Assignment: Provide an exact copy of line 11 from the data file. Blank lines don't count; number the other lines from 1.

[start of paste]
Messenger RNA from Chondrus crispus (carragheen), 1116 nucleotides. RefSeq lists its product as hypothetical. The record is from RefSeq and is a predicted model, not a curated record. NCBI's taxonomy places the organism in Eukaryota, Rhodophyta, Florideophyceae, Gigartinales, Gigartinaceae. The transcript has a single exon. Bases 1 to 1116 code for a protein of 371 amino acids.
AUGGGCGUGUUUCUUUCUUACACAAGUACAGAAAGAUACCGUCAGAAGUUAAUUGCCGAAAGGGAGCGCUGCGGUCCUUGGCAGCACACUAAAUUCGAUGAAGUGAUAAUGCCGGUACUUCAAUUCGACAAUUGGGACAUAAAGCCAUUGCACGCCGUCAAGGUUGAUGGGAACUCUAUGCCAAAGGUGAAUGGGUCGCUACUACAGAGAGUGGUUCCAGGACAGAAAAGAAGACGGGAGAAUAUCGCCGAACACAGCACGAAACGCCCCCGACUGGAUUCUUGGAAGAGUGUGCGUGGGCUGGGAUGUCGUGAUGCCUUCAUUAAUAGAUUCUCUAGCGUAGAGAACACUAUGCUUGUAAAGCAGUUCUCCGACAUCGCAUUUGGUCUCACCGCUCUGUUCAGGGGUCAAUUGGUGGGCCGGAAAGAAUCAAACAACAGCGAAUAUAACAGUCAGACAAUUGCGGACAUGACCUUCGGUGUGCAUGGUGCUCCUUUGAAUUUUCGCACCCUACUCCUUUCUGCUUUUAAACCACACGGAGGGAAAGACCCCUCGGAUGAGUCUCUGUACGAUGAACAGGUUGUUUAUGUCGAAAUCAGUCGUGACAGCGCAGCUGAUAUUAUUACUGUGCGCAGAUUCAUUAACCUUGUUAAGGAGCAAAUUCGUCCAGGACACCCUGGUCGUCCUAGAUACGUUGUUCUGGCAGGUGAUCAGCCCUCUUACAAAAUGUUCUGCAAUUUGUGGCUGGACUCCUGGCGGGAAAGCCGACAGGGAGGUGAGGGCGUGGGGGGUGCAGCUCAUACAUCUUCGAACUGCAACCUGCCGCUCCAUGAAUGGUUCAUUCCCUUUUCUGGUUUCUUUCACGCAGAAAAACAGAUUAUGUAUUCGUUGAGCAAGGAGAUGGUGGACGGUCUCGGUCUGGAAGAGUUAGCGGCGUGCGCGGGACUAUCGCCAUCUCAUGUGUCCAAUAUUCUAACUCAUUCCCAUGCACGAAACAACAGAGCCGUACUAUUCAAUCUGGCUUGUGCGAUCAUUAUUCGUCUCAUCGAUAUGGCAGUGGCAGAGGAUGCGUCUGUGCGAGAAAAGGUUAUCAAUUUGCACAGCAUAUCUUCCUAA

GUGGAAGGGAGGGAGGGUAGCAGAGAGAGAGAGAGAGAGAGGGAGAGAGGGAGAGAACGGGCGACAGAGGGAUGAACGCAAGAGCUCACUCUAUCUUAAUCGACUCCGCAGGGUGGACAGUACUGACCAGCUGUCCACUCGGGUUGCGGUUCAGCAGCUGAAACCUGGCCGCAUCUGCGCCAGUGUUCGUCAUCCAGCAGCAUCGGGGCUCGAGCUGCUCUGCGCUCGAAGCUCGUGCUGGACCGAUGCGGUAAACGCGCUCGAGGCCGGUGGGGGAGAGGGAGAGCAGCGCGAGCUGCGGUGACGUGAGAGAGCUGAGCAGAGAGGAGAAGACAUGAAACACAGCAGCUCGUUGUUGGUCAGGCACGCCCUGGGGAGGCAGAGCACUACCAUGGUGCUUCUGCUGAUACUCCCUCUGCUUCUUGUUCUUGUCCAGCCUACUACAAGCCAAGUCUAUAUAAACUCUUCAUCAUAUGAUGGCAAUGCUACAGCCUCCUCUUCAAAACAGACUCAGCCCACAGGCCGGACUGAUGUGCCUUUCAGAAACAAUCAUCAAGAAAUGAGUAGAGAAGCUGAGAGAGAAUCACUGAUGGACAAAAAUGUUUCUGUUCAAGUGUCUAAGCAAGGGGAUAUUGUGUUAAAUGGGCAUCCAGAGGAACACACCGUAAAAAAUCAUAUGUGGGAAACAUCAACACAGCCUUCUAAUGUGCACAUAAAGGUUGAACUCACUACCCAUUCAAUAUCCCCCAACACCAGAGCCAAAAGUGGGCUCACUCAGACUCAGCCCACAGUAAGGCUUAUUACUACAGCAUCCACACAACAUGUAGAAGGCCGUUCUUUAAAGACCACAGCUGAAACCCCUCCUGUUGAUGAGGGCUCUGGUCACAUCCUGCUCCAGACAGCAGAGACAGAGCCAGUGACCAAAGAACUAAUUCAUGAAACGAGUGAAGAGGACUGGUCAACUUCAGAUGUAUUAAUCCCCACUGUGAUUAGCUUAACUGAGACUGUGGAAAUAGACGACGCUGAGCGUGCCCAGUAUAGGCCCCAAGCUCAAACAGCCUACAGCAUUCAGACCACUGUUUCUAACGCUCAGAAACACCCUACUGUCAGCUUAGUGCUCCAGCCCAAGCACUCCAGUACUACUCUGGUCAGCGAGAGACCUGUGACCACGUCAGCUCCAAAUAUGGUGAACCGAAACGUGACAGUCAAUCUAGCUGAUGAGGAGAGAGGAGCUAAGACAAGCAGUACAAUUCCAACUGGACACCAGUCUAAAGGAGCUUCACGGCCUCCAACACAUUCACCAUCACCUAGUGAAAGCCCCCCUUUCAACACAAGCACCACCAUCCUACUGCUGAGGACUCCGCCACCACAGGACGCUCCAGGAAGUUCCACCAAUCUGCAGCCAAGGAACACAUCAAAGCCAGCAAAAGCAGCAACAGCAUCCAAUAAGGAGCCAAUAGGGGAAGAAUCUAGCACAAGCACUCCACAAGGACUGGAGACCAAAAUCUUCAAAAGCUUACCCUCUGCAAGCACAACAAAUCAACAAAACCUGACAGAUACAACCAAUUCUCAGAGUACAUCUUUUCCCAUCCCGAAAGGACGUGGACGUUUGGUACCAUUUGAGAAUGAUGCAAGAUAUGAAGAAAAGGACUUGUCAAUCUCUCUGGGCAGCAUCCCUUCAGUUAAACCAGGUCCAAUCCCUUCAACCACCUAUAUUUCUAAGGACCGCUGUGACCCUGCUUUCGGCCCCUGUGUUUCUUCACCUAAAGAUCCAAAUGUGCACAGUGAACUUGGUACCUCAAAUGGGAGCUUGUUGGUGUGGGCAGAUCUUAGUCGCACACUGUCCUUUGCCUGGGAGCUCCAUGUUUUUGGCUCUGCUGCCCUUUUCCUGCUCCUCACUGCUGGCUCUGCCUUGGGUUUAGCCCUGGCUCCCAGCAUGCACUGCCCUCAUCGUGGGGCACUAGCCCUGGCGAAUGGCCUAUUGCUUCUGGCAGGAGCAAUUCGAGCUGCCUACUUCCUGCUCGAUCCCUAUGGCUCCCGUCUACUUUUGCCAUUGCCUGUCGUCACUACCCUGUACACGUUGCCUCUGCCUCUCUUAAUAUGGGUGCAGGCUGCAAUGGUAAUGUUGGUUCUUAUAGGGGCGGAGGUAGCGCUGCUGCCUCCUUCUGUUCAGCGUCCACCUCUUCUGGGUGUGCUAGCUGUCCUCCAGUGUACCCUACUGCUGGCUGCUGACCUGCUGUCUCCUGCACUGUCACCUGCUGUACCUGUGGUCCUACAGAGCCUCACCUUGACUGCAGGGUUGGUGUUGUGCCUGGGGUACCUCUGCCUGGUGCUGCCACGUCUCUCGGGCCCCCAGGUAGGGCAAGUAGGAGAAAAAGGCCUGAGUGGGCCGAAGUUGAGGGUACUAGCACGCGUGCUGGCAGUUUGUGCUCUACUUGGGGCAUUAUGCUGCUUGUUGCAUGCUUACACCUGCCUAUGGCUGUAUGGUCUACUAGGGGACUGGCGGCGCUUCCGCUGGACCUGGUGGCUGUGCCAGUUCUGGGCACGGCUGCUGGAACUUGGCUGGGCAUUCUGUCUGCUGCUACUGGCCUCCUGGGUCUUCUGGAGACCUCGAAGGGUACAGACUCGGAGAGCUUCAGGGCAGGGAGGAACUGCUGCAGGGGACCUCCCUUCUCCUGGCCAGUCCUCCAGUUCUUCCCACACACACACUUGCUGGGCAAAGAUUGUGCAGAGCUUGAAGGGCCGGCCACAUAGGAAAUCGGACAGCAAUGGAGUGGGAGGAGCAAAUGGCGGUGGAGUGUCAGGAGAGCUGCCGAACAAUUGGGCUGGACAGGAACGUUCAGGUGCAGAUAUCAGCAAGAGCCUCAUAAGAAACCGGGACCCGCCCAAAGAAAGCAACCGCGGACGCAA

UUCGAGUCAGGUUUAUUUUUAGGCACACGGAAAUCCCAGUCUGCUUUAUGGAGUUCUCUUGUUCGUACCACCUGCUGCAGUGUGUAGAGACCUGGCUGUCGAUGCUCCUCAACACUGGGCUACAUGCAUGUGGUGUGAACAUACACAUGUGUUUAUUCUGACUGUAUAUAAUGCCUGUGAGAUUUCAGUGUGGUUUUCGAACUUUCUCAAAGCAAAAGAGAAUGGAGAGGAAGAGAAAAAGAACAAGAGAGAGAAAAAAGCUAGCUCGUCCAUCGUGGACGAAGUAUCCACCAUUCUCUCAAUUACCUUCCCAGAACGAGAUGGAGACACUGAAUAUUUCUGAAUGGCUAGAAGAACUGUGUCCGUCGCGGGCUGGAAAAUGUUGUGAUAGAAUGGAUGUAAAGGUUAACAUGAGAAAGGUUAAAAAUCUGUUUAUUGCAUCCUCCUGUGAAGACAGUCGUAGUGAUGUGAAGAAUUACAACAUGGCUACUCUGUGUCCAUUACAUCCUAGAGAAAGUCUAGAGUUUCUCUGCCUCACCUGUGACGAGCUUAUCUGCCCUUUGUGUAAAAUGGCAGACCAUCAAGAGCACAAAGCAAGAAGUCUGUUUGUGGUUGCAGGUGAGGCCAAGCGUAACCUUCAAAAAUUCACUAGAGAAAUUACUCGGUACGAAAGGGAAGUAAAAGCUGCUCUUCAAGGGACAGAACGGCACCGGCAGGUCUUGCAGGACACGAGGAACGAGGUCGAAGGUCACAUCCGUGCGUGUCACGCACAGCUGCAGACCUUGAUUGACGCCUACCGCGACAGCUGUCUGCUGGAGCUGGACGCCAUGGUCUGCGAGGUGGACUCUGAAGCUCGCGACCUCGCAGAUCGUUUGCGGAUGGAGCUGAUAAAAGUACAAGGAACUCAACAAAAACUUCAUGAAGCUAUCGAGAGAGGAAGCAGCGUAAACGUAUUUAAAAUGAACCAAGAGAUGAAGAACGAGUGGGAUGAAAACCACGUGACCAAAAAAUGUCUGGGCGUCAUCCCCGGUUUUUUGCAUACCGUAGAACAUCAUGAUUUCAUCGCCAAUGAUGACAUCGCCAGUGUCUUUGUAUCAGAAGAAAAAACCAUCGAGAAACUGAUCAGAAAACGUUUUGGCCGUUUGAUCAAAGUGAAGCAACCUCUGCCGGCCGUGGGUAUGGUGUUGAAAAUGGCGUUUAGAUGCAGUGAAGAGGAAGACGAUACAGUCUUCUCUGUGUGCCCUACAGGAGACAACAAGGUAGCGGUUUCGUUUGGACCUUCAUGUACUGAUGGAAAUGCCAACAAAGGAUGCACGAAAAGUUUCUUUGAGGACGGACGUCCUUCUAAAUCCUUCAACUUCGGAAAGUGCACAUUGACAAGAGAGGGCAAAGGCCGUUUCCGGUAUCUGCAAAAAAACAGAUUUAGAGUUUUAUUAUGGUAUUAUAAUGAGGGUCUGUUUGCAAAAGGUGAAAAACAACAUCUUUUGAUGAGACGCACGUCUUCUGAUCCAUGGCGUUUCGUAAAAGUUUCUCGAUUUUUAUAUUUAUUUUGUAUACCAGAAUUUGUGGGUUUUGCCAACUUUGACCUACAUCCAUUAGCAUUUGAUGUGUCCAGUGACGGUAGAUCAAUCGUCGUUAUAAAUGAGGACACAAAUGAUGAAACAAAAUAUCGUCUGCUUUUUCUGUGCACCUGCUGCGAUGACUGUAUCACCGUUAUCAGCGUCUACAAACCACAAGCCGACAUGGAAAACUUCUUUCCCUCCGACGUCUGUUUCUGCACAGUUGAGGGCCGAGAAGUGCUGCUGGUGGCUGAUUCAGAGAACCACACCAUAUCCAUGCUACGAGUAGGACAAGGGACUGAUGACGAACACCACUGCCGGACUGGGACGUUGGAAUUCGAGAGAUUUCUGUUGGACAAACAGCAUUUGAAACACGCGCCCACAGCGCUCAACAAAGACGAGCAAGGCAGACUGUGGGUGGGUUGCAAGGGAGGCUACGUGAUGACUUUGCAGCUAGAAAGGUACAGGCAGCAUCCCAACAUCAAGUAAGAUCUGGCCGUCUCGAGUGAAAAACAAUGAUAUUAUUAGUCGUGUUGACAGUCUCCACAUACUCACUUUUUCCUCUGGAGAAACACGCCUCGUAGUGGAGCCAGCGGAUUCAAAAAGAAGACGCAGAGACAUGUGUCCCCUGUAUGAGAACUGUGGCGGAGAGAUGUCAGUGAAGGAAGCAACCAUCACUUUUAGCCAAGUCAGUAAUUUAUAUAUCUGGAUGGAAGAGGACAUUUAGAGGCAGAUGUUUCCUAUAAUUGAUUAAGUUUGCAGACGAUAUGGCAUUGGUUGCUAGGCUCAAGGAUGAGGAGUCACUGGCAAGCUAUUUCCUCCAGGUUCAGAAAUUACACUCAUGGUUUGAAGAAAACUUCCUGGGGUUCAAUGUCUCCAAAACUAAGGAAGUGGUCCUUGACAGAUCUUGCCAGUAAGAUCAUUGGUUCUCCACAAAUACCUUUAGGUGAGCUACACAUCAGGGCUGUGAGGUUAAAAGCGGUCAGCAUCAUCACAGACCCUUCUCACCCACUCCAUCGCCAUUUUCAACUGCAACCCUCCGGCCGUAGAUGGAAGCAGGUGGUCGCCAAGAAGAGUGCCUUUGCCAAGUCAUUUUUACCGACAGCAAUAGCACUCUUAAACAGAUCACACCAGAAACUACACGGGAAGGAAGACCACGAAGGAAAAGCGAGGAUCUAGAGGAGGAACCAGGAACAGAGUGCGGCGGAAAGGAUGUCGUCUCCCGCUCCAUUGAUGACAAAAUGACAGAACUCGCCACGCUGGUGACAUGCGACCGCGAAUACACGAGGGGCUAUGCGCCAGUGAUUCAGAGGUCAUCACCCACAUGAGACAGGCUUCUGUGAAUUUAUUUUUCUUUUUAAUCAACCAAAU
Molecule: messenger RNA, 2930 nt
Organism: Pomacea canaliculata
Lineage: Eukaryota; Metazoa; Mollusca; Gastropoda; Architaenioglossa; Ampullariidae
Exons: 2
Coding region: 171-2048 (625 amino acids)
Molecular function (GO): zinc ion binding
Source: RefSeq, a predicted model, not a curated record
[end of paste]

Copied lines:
Source: RefSeq, a predicted model, not a curated record